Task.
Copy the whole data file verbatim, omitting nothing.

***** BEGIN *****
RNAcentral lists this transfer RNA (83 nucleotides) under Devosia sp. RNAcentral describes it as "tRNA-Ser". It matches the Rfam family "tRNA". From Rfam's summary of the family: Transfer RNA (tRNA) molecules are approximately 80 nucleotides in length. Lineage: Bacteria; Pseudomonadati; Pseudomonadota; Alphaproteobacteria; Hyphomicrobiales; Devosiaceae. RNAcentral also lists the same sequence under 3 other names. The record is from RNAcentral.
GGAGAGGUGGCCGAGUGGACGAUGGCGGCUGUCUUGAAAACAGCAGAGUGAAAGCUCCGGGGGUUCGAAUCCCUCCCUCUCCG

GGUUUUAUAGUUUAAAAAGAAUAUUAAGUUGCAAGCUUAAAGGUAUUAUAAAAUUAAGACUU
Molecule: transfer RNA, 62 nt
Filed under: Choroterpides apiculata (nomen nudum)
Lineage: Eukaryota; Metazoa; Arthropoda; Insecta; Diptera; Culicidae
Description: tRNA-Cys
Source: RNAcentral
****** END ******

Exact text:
RNAcentral lists this transfer RNA (83 nucleotides) under Devosia sp. RNAcentral describes it as "tRNA-Ser". It matches the Rfam family "tRNA". From Rfam's summary of the family: Transfer RNA (tRNA) molecules are approximately 80 nucleotides in length. Lineage: Bacteria; Pseudomonadati; Pseudomonadota; Alphaproteobacteria; Hyphomicrobiales; Devosiaceae. RNAcentral also lists the same sequence under 3 other names. The record is from RNAcentral.
GGAGAGGUGGCCGAGUGGACGAUGGCGGCUGUCUUGAAAACAGCAGAGUGAAAGCUCCGGGGGUUCGAAUCCCUCCCUCUCCG

GGUUUUAUAGUUUAAAAAGAAUAUUAAGUUGCAAGCUUAAAGGUAUUAUAAAAUUAAGACUU
Molecule: transfer RNA, 62 nt
Filed under: Choroterpides apiculata (nomen nudum)
Lineage: Eukaryota; Metazoa; Arthropoda; Insecta; Diptera; Culicidae
Description: tRNA-Cys
Source: RNAcentral